Aleppo oak (Quercus infectoria), is a small tree one to four to six feet (two meters) in height, native of Asia Minor, especially in Eastern Turkey.
The galls arise on young branches of the oak tree when gall wasps sting the oak tree and deposit their eggs. When the larvae hatch, they feed on the tree and secrete an irritant. The chemical reaction triggers the production of tannin as a defense mechanism and an abnormality in the oak tree causing hard balls to be formed.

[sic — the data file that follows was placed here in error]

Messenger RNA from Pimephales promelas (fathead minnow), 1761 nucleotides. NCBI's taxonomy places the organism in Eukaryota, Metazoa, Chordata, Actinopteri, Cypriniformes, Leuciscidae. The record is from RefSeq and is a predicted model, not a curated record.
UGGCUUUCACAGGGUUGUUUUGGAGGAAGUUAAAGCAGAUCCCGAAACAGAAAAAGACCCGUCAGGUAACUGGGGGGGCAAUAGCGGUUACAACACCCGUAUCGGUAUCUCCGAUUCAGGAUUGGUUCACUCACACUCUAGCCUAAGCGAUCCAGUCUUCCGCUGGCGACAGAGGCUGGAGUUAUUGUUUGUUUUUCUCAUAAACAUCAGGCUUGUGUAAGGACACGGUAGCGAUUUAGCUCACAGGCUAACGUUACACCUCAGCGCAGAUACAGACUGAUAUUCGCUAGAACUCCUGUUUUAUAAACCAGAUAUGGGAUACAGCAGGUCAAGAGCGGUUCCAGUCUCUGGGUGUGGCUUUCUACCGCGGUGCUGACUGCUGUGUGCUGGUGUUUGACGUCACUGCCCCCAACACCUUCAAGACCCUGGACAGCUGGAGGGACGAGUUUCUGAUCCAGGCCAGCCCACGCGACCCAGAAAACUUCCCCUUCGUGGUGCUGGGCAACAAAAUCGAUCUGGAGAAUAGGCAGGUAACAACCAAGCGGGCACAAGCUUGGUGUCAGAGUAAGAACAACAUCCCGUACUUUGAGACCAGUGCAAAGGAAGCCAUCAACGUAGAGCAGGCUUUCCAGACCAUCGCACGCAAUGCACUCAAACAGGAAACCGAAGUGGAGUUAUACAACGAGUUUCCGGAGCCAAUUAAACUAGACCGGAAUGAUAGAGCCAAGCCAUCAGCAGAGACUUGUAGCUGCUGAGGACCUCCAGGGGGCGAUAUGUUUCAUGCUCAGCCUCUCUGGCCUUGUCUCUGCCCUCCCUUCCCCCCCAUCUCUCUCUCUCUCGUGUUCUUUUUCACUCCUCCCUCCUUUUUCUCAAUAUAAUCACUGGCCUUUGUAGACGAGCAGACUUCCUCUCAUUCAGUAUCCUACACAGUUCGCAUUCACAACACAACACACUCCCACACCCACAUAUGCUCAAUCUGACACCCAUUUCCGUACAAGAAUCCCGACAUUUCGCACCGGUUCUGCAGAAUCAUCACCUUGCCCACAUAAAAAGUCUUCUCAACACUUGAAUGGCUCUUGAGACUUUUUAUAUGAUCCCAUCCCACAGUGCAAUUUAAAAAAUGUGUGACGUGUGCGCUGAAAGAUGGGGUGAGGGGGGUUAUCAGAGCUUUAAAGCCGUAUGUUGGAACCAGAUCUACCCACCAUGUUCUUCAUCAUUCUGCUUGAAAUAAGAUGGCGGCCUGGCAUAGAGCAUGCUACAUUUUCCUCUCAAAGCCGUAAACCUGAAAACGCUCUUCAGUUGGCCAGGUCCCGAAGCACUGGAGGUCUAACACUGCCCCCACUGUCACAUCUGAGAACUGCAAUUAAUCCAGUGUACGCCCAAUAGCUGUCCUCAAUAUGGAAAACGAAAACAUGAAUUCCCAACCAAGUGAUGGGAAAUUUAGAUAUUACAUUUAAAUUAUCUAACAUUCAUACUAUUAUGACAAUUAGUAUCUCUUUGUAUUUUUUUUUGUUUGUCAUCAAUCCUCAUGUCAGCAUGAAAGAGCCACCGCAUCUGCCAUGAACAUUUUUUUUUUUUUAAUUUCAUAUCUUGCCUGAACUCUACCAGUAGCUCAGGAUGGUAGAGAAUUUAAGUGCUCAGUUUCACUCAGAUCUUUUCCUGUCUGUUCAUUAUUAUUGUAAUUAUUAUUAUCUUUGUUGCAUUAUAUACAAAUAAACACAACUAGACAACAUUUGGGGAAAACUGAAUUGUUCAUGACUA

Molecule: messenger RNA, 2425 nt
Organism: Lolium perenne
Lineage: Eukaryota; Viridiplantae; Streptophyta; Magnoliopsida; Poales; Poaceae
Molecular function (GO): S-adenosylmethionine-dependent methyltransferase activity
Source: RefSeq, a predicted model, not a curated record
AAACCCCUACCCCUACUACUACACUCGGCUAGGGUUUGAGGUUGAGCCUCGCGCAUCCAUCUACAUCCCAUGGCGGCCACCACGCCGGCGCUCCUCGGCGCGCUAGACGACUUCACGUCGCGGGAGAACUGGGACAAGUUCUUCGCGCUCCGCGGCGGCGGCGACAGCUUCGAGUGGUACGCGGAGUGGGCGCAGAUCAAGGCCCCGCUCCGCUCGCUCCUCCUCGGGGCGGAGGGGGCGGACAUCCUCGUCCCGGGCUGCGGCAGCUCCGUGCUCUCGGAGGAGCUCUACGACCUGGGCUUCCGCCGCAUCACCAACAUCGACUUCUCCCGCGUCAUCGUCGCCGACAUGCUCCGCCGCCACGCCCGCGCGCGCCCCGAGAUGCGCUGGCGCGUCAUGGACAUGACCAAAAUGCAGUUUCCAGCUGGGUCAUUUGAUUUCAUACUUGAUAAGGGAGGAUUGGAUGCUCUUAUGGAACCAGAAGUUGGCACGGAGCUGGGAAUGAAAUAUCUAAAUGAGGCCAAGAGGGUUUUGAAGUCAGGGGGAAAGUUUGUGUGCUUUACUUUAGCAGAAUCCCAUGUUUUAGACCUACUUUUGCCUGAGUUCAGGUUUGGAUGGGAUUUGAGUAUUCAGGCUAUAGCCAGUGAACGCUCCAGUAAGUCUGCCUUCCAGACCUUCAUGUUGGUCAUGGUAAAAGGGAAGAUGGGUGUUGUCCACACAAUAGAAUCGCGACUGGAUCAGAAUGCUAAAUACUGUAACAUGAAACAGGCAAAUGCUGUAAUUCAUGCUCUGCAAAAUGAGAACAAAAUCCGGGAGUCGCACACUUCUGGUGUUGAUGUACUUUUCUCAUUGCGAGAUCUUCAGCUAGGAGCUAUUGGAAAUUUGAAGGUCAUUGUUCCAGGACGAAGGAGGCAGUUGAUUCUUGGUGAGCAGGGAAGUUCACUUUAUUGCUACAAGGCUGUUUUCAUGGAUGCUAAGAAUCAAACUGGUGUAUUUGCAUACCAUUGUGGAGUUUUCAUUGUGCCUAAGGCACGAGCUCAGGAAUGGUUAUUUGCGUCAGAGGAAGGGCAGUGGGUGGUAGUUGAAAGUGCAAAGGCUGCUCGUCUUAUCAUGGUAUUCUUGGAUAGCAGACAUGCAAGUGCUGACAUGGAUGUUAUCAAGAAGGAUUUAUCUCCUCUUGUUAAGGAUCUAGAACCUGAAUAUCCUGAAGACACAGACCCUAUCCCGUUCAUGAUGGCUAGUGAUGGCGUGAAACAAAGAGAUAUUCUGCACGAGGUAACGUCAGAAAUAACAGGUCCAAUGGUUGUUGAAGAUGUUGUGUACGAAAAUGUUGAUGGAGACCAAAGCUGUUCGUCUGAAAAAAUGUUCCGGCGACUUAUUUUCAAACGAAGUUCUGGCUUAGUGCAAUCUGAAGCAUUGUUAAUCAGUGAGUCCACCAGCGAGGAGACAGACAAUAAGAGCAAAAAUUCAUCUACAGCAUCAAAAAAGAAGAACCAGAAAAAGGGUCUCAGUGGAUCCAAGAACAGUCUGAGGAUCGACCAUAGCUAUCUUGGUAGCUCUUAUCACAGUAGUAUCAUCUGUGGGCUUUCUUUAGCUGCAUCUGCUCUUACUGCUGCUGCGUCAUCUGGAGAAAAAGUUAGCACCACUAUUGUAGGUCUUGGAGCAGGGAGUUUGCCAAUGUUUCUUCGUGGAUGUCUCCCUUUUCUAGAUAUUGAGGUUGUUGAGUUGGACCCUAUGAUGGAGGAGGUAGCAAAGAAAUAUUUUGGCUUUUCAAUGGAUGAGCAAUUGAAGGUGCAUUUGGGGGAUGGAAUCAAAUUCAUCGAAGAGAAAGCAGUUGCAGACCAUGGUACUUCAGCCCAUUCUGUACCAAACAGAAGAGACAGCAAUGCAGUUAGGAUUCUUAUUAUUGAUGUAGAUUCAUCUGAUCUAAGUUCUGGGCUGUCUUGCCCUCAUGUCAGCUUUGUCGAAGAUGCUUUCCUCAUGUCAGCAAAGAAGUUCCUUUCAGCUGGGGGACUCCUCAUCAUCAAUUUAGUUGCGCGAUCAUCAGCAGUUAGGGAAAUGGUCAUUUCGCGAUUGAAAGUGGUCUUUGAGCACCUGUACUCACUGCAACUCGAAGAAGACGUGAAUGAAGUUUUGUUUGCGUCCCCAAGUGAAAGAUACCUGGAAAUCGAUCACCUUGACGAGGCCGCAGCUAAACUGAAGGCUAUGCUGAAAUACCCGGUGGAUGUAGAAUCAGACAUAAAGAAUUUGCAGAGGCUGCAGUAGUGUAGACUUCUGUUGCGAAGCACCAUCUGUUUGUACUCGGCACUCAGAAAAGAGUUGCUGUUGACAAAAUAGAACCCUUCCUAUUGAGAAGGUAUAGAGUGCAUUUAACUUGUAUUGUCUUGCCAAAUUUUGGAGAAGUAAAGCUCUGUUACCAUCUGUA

The gallnut trees, like the Tara plants, grow widely in the forest. Local farmers are involved in the harvest and they collect gallnuts that are then stored in warehouses. Finally, wholesalers buy and commercialize the gallnuts globally for many applications, including tanning, pharmaceuticals, food and feed additives, dyes and inks.